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The reverb-drenched cajon rhythm, subtle electric guitar washes and lush horn refrains that open Infernal Machines, the studio debut of Darcy James Argue's Secret Society, introduce the sound of a big band like no otherproving that the critical acclaim lavished upon this eighteen-piece ensemble since their first gig in 2005 has been entirely justified.
Despite boasting an album title quoting John Philip Sousa on the dangers of technological music advancements, Argue's Secret Society nonetheless embraces the future, eschewing swing band revivalism in favor of a contemporary electro-acoustic approach. Drawing inspiration from classic stalwarts like the Thad Jones-Mel Lewis Orchestra as well as pioneering post-rock bands like Explosions In The Sky and Tortoise, Argue tastefully incorporates electric guitars, Fender Rhodes and electric bass into traditional big band instrumentation, extending the innovations of such visionaries as Don Ellis, Gil Evans and George Russell.
Straddling the pastoral opulence of Maria Schneider's Orchestra and the visceral brio of Adam Lane's Full Throttle Orchestra and Satoko Fujii's various big bands, Argue has succeeded at creating a magnificent chimera. His harmonically rich blend of contrapuntal horn voicings, atmospheric electronic textures and post-minimalist rhythms surpass the early fusion experiments of his predecessors, yielding a fully integrated sound world as current as it is timeless.
Honing his writing and arranging skills under the tutelage of legendary jazz composer Bob Brookmeyer, Argue balances the voluminous power of a big band with the subtle nuance of a small combo, revealing elegant charts bolstered by dramatic gestures. The braying horns and staccato electric guitars that accompany James Hirschfeld's brash trombone on the visceral finale to "Habeas Corpus" ascend to a logical climax rather than the blustery fanfare of a hackneyed coda. Embracing a full spectrum of moods, the anthemic riffs that accent Ingrid Jensen's probing trumpet solo on "Transit" dynamically contrast with the languid rustic scrim that descends on Sebastian Noelle's psychedelic electric guitar musings on "Redeye."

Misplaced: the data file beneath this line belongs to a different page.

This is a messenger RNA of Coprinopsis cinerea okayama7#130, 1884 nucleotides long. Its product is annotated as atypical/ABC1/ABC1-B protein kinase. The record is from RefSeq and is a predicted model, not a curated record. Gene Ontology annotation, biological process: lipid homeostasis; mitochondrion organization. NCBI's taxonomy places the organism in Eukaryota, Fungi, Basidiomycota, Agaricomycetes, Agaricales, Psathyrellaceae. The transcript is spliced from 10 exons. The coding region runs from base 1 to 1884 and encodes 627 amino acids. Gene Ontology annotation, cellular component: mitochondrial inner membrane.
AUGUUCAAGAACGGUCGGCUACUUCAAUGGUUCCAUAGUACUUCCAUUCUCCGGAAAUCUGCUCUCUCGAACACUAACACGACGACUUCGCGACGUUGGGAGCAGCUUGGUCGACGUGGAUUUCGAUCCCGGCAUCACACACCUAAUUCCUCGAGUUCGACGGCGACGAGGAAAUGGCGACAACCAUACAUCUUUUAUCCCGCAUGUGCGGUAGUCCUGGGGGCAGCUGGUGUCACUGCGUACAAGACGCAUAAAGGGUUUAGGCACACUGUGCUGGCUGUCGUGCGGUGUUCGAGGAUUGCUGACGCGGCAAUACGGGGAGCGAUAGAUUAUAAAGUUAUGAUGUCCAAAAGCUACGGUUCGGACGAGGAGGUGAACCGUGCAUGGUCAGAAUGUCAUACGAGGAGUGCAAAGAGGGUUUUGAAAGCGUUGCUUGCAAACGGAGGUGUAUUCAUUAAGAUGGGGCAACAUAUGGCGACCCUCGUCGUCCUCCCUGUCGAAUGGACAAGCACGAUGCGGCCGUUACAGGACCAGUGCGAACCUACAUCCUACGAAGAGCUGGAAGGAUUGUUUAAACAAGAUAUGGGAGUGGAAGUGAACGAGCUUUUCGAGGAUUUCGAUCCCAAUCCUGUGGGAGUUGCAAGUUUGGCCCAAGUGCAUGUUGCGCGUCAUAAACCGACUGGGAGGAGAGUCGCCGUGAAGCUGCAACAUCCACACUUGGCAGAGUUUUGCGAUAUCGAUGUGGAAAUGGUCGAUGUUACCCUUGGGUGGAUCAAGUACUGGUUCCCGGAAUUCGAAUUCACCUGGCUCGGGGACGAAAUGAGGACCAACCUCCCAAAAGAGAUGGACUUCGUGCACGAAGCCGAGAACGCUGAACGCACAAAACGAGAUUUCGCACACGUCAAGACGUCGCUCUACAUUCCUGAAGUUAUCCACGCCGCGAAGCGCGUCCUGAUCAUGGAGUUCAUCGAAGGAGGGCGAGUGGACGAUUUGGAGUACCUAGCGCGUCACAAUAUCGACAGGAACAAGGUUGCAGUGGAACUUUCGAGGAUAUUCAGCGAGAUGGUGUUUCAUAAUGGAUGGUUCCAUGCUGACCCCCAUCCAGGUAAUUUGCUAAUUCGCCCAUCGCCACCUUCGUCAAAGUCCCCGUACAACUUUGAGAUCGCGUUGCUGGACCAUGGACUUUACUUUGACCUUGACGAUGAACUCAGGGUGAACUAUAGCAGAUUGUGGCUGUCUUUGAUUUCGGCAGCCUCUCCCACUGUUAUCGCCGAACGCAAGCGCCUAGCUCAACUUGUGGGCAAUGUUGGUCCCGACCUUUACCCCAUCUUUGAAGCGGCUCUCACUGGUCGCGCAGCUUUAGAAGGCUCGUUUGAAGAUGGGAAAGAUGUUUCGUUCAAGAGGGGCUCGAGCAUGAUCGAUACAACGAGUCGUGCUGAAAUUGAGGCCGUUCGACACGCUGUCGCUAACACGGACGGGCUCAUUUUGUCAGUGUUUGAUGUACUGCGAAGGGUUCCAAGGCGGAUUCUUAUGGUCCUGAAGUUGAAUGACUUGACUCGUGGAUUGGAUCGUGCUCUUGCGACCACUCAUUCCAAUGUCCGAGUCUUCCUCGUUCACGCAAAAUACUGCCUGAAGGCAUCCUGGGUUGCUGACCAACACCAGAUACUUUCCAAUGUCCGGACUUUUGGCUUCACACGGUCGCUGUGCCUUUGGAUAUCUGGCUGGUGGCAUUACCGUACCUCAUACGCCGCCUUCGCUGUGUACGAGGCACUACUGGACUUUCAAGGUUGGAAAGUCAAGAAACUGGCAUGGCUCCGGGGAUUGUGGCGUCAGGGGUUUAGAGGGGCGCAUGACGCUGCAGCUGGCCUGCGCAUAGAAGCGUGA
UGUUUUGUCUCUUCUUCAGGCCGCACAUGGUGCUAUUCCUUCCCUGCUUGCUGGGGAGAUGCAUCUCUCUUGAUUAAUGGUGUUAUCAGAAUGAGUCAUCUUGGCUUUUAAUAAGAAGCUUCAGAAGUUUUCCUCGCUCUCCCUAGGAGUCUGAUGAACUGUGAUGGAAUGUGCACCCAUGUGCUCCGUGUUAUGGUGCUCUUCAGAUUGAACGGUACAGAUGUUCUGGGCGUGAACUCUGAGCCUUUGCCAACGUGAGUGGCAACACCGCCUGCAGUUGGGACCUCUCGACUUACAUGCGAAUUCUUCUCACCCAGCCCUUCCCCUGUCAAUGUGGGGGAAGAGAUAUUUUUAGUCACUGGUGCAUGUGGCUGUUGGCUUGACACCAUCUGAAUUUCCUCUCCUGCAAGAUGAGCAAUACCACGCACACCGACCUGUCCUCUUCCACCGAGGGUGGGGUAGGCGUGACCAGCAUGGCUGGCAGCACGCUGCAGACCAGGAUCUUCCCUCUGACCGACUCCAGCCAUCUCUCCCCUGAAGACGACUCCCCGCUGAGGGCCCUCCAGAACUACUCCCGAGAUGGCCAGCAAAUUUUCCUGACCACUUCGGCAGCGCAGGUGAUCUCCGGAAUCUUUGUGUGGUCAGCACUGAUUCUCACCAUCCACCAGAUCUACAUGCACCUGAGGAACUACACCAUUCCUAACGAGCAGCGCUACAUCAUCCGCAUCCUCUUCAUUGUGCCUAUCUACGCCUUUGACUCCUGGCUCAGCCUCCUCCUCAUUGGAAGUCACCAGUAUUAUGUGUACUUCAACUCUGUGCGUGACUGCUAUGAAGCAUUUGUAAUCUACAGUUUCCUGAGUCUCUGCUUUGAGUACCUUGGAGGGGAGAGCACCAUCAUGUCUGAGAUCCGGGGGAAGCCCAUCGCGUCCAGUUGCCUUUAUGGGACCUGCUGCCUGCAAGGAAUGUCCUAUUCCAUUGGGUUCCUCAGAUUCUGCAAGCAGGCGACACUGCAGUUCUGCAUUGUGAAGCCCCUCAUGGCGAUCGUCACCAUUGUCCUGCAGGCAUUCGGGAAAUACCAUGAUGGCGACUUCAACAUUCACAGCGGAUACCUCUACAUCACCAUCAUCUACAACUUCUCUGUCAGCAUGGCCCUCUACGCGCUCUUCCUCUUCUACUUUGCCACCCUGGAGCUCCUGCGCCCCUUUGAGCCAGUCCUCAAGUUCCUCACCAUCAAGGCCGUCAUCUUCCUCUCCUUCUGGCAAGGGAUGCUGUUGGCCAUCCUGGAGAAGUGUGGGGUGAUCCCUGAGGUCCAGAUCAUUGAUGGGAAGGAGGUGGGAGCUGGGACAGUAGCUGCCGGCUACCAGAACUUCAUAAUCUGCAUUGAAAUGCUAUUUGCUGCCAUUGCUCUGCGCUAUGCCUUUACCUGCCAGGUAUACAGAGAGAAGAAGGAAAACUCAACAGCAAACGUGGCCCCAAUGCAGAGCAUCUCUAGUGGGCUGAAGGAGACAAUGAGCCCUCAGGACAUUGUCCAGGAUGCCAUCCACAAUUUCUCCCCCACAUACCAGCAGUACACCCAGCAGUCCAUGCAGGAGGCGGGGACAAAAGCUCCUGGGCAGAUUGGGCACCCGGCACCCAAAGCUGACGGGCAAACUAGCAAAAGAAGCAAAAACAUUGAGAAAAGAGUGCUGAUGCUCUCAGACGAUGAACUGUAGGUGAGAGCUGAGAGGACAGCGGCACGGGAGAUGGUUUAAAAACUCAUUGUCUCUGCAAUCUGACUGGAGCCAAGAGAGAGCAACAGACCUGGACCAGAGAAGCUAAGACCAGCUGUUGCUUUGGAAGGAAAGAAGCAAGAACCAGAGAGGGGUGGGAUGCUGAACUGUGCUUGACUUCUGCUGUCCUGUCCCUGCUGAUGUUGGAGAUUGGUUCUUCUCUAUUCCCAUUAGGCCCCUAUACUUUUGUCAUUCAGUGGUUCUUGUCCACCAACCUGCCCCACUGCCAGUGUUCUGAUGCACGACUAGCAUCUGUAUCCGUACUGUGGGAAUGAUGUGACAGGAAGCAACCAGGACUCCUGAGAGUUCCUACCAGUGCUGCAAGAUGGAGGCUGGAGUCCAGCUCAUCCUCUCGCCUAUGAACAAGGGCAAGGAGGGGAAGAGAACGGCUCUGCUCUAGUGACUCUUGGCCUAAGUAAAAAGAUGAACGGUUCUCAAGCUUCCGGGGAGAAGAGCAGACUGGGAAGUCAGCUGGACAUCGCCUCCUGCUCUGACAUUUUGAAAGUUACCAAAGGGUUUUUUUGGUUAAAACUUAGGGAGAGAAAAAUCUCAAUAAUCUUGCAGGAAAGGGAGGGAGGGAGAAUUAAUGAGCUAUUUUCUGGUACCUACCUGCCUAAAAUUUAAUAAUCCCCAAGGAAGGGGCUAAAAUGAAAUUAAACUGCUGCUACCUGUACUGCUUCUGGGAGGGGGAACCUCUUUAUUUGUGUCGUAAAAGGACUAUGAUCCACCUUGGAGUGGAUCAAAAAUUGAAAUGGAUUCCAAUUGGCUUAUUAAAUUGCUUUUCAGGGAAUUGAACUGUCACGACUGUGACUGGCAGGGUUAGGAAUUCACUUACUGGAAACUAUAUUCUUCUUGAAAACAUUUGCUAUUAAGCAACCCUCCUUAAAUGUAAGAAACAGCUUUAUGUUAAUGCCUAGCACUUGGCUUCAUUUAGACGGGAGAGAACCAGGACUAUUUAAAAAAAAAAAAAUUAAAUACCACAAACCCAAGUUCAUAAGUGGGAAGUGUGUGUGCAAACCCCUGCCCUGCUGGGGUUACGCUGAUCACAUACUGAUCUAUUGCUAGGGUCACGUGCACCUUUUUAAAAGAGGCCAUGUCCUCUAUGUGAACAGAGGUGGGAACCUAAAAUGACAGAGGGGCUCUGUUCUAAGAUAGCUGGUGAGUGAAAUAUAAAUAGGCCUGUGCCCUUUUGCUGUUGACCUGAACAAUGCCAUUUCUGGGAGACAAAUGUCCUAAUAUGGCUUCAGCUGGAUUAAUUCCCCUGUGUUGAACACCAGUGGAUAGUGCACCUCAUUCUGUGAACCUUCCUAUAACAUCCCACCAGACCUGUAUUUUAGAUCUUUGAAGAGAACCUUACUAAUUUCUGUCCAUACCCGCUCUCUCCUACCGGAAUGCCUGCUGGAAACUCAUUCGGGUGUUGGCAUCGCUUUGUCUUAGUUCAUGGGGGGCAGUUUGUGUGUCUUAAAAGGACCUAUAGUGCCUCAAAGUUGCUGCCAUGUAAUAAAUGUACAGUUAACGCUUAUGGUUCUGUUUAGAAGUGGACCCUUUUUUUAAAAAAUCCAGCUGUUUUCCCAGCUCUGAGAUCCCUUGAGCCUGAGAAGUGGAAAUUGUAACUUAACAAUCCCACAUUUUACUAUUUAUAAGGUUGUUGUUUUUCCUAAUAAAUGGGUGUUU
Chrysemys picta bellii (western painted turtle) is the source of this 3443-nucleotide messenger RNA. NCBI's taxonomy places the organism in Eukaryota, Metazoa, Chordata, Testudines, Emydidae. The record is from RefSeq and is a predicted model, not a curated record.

Periodically summoning the ensemble's full sonic potential, Argue conjures raucous electric guitar interludes, rousing horn swells and pulverizing rhythms to fortify these episodic tunes. His forte, however, is sketching impressionistic vistas such as the Mingus-like Mediterranean blues of "Jacobin Club" or the bucolic tone poem "Redeye." A masterful tunesmith, his dramatic sense of pacing borders on the cinematic, and his instinct for arranging multiple voices into colorful pitch sets exudes kaleidoscopic detail worthy of Ellington.
Secret Society combines rising stars and relative newcomers, but the real star is Argue. The only other contemporary composer who embraces the diverse possibilities of a band this size is Maria Schneider (a fellow Brookmeyer graduate). Although the halcyon days of the big bands are long past, Infernal Machines stands defiant, updating the big band tradition for the new millennium while presenting exciting possibilities for the future.
Personnel: Darcy James Argue: composer, conductor, ringleader; Erica vonKleist: flute, alto flute, soprano and alto saxophones; Rob Wilkerson: flute, clarinet, soprano and alto saxophones; Sam Sadigursky: clarinet, soprano and tenor saxophones; Mark Small: clarinet, bass clarinet, tenor saxophone; Josh Sinton: clarinet, bass clarinet, baritone saxophone; Seneca Black: lead trumpet; Ingrid Jensen: trumpet; Laurie Frink: trumpet; Nadje Noordhuis: trumpet; Tom Goehring: trumpet; Ryan Keberle: trombone; Mike Fahie: trombone; James Hirschfeld: trombone; Jennifer Wharton: bass trombone; Sebastian Noelle: acoustic and electric guitars; Mike Holober: piano, electric piano; Matt Clohesy: contrabass, electric bass; Jon Wikan: drum set, cajon, pandeiro, miscellaneous percussion.
The best show I ever attended was going with my father to see Dizzy Gillespie play at the Royal Festival Hall in London, England. Dizzy was a man full of charisma and play. He managed to get four different sections of the audience to sing four different vocal parts in one song
The best show I ever attended was going with my father to see Dizzy Gillespie play at the Royal Festival Hall in London, England. Dizzy was a man full of charisma and play. He managed to get four different sections of the audience to sing four different vocal parts in one song. He captured everyone's attention and got us all up on our feet dancing alongside him to this incredible music we call jazz.